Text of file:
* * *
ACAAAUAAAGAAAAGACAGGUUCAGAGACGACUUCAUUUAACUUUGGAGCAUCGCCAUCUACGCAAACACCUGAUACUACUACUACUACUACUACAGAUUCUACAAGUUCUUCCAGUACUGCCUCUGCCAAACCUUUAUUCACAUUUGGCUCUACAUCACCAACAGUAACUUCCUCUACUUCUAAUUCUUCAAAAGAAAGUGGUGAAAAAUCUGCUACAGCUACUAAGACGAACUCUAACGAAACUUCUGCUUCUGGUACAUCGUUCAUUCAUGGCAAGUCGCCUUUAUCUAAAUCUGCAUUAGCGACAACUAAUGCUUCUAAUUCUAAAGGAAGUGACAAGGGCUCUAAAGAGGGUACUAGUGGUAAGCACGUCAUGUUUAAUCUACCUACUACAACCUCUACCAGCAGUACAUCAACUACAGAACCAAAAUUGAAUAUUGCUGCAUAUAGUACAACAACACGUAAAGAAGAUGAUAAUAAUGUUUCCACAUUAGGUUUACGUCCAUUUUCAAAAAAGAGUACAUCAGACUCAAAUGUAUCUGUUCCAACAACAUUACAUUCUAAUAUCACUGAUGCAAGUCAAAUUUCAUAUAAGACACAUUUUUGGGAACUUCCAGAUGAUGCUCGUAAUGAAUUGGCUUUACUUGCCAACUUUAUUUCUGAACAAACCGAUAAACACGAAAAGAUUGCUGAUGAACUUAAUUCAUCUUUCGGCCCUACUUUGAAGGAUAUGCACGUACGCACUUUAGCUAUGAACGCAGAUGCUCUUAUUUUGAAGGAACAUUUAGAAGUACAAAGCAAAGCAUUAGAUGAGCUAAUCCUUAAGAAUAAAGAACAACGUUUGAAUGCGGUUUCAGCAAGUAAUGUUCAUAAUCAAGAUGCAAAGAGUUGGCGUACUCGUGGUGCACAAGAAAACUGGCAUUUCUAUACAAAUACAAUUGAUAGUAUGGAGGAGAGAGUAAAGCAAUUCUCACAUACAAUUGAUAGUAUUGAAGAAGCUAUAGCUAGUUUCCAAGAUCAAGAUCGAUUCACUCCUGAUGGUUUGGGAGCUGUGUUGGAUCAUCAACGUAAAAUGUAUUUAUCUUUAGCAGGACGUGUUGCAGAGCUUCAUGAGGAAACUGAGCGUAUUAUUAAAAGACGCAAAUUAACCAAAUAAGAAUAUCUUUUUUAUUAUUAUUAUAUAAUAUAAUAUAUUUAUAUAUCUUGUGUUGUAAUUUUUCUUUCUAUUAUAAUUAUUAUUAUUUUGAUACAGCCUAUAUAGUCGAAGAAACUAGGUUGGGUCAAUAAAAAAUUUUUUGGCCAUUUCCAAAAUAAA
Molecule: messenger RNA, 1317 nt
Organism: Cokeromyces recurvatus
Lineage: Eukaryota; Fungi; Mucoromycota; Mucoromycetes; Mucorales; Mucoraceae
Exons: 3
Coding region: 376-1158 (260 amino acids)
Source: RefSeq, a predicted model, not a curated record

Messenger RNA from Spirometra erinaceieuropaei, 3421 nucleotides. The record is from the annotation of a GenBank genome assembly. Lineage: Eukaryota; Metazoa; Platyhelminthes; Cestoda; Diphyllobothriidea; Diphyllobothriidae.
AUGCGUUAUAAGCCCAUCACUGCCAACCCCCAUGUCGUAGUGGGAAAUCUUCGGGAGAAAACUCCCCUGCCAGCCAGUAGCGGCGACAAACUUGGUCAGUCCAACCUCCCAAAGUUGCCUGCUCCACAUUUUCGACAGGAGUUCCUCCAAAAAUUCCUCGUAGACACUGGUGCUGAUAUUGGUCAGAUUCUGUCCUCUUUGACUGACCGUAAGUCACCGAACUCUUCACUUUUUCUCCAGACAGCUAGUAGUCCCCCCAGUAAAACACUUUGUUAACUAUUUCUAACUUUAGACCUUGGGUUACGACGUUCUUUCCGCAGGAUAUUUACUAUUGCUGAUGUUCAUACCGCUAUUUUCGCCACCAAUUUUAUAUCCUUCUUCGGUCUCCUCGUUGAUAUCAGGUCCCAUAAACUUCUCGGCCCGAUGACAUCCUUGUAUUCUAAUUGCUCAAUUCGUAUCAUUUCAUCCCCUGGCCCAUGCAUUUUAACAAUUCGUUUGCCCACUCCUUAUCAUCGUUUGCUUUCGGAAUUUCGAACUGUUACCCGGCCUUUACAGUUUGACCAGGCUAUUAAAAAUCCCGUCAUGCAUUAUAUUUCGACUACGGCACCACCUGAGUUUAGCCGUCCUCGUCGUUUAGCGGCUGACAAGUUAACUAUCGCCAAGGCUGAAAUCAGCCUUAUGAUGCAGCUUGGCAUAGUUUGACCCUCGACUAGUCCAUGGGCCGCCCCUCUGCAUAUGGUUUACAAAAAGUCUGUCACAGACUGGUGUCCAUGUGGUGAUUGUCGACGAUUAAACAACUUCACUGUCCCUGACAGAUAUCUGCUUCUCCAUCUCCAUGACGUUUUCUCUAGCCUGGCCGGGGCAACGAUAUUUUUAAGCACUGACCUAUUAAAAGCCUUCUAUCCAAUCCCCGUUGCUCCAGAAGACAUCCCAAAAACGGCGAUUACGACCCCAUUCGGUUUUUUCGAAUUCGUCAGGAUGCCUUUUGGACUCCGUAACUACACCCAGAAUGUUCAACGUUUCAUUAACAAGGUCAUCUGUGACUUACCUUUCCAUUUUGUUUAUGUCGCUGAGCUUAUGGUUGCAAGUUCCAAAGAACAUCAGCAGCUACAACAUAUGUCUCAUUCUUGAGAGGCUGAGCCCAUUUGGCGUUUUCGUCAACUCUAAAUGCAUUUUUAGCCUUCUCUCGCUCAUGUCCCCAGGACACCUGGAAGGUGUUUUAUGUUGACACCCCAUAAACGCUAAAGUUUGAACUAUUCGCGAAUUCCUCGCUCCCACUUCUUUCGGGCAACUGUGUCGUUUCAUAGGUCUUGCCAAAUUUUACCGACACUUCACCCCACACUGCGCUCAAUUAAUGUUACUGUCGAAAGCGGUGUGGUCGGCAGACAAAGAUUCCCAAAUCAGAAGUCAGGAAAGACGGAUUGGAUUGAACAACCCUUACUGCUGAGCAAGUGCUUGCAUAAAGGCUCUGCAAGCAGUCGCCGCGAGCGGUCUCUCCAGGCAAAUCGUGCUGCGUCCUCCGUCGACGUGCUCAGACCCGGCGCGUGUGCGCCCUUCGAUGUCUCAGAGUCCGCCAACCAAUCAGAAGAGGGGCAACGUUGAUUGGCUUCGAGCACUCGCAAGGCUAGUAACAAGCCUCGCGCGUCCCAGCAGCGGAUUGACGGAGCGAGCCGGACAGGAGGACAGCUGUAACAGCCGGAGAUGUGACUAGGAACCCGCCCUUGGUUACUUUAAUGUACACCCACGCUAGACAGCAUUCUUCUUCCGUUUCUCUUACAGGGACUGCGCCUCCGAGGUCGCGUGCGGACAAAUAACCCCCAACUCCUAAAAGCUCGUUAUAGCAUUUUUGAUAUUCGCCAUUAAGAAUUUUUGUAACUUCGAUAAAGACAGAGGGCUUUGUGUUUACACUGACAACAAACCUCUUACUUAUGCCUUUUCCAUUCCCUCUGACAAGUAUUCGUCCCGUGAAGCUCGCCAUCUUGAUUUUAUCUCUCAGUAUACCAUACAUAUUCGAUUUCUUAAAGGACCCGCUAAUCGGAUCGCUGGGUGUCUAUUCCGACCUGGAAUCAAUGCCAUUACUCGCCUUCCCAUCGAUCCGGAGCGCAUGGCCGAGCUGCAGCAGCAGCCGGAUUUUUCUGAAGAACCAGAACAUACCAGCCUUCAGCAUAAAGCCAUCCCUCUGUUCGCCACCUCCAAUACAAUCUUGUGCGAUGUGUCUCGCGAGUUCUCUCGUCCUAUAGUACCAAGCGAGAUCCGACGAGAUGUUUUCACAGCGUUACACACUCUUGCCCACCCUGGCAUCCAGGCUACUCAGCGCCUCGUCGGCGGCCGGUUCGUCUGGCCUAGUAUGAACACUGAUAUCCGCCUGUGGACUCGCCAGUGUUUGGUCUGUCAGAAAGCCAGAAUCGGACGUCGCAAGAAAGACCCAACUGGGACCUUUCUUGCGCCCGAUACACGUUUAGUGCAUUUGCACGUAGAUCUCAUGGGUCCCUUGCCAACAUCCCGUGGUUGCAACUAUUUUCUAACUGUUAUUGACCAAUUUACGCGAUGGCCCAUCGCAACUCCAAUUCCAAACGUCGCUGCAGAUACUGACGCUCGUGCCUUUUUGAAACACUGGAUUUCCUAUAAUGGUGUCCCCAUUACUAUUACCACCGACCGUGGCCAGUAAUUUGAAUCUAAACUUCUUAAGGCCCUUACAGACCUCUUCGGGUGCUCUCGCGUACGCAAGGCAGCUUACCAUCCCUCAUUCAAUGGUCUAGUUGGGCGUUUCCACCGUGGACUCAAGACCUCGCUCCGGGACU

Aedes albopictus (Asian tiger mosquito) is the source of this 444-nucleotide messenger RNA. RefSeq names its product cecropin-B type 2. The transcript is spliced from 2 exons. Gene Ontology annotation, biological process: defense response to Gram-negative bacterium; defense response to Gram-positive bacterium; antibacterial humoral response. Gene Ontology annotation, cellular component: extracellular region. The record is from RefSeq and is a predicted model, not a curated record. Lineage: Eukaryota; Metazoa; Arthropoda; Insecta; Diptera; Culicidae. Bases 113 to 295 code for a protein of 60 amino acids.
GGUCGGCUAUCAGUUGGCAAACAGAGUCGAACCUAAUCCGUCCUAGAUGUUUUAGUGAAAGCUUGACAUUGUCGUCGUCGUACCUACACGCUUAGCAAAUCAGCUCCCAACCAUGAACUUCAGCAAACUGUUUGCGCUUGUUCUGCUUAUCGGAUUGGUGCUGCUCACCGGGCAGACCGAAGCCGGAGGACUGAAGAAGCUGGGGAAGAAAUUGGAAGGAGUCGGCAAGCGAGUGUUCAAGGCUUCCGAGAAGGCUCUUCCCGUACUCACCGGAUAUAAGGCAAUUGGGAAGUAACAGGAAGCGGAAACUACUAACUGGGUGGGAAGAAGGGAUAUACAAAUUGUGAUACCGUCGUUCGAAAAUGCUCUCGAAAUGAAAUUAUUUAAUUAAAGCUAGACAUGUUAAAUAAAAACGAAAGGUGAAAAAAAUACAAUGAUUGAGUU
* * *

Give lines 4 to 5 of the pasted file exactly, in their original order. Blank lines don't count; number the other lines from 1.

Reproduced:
Lineage: Eukaryota; Fungi; Mucoromycota; Mucoromycetes; Mucorales; Mucoraceae
Exons: 3